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Vickroy: Beverly mom on mission of kindness

Kerry Lynch sits with her daughter Mary Cate (2). Mary Catherine Lynch (2) was born with very rare conditiknown as

Kerry Lynch sits with her daughter Mary Cate (2). Mary Catherine Lynch (2) was born with a very rare condition known as Apert Syndrome which effects the development of the hands, feet and facial bones. at the Lynch home, Monday, August 4th, 2014, in Chicago. | Gary Middendorf/for Sun-Times Media

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Updated: September 11, 2014 6:10AM



The book sat on Kerry Lynch’s nightstand for a good two months.

“I couldn’t bring myself to read it, just because I knew it was going to mirror our life,” she said.

The book was “Wonder” by R.J. Palacio, and the life was that of a child with craniofacial syndrome.

But like the bestseller’s title promises, once the mother of two from Chicago’s Beverly community cracked the cover last summer, she couldn’t put it down.

In addition to giving her insight into what lies ahead for her 2-year-old daughter, Mary Cate, the book has blessed her with a platform from which to encourage people to embrace differences.

Over the past year, Kerry and Mary Cate have become local heroes, visiting more than 30 schools and summer camps with a simple quest: to lessen fear and, hence, cruelty, by raising awareness. Their message, based on Palacio’s book, is “Choose Kind.”

“People are afraid. They’ve never seen someone with Apert syndrome or a craniofacial syndrome before. I understand their fears,” Kerry said. “I was terrified the day she was born, and I’m a nurse.”

Apert syndrome is a rare genetic disorder that is marked by premature fusion of the skull, as well as webbed feet and hands. Only 25 babies a year are born with it the United States, Kerry said.

Though Mary Cate had two surgeries during her first year to separate toes and all but two of fingers on each hand, she has multiple operations and medical procedures to come. The worst will be around age 9 when a halo will be screwed into a part of her skull in an attempt to stretch certain facial bones.

By all indications, hers will be a challenged life. And that is why Kerry, a native of Evergreen Park, and her husband, Chris, who grew up in Oak Forest, are convinced she was born to them.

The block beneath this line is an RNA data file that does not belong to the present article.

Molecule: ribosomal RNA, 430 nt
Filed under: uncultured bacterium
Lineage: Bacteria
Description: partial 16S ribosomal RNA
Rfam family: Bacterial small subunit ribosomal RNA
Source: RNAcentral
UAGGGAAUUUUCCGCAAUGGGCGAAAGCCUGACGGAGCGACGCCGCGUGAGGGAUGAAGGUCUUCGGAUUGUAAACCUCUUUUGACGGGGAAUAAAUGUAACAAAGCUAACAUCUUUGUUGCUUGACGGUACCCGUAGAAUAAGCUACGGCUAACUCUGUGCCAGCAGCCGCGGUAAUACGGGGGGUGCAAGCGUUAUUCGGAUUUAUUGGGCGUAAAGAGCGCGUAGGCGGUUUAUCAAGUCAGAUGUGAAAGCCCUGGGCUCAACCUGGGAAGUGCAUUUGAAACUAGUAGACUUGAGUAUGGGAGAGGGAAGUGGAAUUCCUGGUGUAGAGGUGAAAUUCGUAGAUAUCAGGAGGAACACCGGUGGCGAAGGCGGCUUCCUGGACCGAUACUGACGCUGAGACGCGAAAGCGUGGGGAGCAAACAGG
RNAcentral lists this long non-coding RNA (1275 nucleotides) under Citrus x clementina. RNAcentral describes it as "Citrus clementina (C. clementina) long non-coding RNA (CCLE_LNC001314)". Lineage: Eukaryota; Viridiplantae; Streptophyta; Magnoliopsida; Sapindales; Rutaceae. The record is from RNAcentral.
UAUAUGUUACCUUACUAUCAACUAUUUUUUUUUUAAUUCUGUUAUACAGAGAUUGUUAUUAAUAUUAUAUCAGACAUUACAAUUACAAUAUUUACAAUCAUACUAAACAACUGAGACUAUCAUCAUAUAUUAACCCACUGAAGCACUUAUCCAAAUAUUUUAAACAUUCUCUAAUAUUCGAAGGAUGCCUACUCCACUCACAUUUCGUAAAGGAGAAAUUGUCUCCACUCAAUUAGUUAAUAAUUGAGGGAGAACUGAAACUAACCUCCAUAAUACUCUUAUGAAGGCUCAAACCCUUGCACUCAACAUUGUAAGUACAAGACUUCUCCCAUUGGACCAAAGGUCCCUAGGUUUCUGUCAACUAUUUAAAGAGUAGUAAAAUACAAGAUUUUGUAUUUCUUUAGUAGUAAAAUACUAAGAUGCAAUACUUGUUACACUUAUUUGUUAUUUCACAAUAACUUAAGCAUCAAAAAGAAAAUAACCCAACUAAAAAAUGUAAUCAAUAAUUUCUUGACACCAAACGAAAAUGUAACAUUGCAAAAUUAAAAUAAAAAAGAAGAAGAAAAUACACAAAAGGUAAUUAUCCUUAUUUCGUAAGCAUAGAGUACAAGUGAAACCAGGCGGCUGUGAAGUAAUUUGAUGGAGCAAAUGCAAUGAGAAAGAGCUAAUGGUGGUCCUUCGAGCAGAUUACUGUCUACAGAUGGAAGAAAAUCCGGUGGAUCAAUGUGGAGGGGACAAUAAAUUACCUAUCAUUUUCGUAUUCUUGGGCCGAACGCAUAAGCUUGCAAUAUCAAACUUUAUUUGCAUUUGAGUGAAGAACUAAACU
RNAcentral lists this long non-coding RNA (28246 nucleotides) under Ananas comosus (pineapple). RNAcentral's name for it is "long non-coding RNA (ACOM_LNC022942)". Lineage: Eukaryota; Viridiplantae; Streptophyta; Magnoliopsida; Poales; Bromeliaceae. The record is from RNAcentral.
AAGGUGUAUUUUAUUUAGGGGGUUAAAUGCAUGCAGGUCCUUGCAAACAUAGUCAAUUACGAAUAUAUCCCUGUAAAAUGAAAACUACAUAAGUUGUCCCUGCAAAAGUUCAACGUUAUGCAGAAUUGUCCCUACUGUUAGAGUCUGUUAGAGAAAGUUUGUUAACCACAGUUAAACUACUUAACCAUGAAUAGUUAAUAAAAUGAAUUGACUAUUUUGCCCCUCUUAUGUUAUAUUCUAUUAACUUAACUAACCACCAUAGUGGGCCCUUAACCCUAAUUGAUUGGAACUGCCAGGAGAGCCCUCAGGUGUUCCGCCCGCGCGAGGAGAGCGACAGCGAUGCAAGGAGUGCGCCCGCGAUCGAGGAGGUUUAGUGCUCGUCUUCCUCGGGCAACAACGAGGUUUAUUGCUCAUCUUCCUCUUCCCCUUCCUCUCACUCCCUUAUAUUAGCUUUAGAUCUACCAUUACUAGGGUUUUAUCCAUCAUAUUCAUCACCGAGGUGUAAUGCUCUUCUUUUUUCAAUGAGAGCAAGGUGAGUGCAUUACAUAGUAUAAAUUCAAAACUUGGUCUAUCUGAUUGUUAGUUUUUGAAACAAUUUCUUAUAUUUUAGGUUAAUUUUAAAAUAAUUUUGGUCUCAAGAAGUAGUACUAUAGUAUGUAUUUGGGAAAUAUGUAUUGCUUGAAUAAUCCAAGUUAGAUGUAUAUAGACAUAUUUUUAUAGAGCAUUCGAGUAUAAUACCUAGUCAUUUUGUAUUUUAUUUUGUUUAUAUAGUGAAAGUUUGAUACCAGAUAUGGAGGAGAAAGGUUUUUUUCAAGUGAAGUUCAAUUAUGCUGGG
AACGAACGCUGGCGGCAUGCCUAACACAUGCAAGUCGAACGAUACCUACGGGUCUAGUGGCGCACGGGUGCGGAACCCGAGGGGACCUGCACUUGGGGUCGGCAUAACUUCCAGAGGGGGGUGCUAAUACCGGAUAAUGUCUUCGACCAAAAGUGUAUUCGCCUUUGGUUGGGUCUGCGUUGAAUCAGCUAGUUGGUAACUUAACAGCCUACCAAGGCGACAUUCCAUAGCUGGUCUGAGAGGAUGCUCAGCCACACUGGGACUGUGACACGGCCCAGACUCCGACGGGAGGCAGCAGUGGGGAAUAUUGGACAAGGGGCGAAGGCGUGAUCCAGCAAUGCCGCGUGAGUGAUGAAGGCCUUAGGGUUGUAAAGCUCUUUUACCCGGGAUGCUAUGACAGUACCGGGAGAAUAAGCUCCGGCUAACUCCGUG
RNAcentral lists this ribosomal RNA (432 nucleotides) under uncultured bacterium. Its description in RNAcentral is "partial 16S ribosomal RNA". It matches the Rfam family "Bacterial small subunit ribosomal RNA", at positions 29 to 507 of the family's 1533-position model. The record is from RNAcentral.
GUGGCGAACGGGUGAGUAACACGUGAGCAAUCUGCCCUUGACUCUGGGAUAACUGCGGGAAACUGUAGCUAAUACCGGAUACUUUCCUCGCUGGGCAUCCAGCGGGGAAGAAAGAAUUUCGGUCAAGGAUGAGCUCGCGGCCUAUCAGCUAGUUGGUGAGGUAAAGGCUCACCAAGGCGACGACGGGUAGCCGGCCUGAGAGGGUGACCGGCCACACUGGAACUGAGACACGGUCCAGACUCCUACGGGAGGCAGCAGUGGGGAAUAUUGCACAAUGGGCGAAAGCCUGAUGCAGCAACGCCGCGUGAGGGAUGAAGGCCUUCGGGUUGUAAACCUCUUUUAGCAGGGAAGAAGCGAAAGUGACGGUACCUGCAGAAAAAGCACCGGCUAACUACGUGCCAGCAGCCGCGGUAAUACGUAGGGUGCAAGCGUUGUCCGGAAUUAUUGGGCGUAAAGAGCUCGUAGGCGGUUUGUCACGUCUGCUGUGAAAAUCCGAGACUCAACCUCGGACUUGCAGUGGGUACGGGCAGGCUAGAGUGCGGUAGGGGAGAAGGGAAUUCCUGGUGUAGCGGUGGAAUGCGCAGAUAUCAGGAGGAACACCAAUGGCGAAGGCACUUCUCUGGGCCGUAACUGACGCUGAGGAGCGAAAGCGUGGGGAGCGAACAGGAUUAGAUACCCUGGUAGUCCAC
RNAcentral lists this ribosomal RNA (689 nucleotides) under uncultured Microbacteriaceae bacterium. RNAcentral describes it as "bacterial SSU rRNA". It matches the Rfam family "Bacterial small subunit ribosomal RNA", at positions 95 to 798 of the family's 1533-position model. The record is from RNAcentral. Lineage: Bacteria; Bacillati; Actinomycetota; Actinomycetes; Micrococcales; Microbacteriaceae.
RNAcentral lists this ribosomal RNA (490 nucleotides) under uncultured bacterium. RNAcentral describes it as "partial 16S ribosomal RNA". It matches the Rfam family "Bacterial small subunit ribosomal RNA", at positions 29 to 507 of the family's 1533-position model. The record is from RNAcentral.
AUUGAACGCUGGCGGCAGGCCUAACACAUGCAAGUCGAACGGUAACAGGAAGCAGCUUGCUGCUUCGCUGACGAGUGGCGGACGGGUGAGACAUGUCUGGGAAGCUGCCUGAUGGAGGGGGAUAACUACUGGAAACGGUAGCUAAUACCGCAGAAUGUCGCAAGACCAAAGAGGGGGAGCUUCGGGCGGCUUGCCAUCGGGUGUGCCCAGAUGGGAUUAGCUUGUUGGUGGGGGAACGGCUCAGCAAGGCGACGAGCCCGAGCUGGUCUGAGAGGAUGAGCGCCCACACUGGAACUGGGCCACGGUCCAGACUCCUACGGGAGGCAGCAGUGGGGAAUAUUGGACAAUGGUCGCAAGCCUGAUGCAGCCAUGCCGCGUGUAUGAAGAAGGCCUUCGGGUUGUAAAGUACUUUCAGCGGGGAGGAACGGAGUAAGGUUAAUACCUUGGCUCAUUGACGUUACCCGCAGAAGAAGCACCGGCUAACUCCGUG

It was early on, during one of their daily trips to the neonatal intensive care unit at Prentice Hospital, that Kerry asked aloud why this was happening to them.

“Chris said, ‘Look, there are all these other babies in the NIC-U that no one is coming to see,’ ” she said. “He said, ‘Think of all those other babies. If she had been born to one of those other families, who knows what would have happened to her? We are going to be able to provide a good life for her. We’re educated, we have good families, we have good friends. That’s why she was born to us — because God knew we’d be able to make an incredible life for her.’ ”

But that doesn’t prevent those awkward public moments when people either stare or deliberately look away. It was one such moment, when a child at a nearby park asked, “What’s wrong with that baby’s face?” that convinced Kerry she had to do something to pave her daughter’s path through life with as much enlightenment and kindness as possible.

On Kerry and Mary Cate’s school visits, which have included stops at Holy Redeemer, Hometown, Kolmar and Christ the King schools, Kerry encourages students to ask questions while Mary Cate behaves like any ordinary 2-year-old, laughing, goofing and clapping her hands. She knows sign language and impresses the kids by showing them her favorite sign — the one for candy.

“The kids love that; it’s something they can connect with her on,” Kerry said.

“We just talk about accepting disabilities and accepting differences because we’re all different,” she said.

Typically, by the end of each session, the students are hugging Mary Cate and applauding.